On Friday, July 24, 2009, I strolled over to the party on Columbia Road between 14th and 13th Streets that was put on by the D.C. Department of Parks and Recreation (DPR) and the Metropolitan Police Department (MPD). My wife and puppy joined me and we stayed there for a short twenty minutes (I think all the activity was too much for the pup). We hung out and listened to the music, talked with a few woman about our puppy, and played with a few children. I went to the party after hearing about it from New Columbia Heights (whose blog was the only source of information on the event that I could find anywhere…nothing on DPR’s or MPD’s websites). However, New Columbia Heights received incorrect information from MPD’s Third District Listserve that there was a basketball tournament and light refreshments being provided. Although I didn’t notice a basketball tournament taking place, there was a cool band playing some beats (I heard this was a band of police officers) and a nice collection of people enjoying their Friday night together. It seemed that the event was mostly only attended by the directly adjacent neighbors.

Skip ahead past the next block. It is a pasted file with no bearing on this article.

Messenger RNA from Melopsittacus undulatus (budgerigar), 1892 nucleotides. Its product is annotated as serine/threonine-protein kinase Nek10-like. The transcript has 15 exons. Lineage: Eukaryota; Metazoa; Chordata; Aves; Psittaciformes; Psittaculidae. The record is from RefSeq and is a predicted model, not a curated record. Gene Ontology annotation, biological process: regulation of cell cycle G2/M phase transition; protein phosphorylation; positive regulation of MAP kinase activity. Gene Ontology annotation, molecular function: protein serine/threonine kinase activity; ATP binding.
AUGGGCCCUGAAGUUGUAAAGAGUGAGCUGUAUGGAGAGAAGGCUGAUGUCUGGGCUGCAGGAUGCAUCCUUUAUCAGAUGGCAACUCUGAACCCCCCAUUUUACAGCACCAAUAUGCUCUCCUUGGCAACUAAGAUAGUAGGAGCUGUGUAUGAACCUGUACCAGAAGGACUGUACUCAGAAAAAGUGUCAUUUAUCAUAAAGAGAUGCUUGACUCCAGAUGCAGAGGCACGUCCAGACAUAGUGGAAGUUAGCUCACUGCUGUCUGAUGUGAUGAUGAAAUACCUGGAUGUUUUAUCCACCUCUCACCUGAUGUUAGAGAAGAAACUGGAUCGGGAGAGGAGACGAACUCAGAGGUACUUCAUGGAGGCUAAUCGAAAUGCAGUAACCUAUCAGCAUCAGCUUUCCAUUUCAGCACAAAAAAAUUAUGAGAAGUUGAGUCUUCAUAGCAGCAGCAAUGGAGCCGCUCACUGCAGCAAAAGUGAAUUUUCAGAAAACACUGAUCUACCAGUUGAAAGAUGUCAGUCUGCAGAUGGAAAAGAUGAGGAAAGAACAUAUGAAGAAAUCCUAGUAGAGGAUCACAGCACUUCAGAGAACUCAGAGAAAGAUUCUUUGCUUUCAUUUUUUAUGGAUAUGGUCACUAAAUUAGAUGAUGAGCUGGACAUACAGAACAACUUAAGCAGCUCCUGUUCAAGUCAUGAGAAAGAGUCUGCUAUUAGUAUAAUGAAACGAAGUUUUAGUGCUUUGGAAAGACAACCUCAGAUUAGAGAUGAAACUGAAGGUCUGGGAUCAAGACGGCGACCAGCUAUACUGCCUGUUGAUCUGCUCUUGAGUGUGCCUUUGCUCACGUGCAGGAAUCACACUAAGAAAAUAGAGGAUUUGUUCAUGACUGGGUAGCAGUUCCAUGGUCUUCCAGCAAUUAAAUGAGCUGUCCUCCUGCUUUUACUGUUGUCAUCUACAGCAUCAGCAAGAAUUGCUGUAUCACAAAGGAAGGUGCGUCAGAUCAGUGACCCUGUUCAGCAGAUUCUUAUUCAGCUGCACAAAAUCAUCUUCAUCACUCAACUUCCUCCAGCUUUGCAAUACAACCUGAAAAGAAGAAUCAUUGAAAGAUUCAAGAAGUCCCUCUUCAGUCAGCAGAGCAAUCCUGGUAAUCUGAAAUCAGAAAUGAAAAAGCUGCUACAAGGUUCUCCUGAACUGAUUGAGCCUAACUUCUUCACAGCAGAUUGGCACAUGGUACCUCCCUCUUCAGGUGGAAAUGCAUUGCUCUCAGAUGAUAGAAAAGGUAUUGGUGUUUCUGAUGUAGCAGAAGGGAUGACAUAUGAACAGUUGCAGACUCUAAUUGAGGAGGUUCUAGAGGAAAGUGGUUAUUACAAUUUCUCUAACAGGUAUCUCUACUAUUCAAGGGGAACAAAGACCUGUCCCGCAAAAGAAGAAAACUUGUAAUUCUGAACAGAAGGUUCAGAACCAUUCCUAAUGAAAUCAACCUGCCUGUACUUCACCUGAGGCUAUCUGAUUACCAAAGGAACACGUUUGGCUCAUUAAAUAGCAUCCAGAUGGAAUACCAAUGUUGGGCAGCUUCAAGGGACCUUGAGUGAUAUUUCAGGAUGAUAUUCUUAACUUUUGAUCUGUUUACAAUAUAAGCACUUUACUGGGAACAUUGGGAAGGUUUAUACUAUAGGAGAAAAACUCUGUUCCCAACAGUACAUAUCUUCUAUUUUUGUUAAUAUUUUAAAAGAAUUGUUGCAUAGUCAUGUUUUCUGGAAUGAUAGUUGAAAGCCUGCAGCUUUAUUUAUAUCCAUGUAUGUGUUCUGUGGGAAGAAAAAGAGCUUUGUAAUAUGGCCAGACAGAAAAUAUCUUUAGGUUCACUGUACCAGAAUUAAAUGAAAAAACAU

A Prince of Petworth reader brought up the good point that the event was very poorly advertised: “There were no flyers posted, no notices taken door-to-door, no email from any of the various email lists, nothing from Jim Graham’s office (and you know he’s quick on the email draw when it comes to shootings!) no mention on any of the neighborhood blogs, nothing in the Post.” But I disagree with that reader’s sentiment that it was unfortunate that the event didn’t have a more diverse crowd there in attendance. I assume DPR and MPD intentionally put on the event for the residents of the surrounding blocks and that these folks knew about the event well in advance.
That’s not to say that I think the event was planned as an exclusive gathering, but I would venture a guess that the event planners were pleased with the turnout and happy that their target audience was in attendance. Is it not okay to have events planned and run by government agencies that lack diversity? Isn’t it even occasionally important to provide these events for specific groups of people? I’d have to say I think it is, but I’m open to listening to others. What do you think?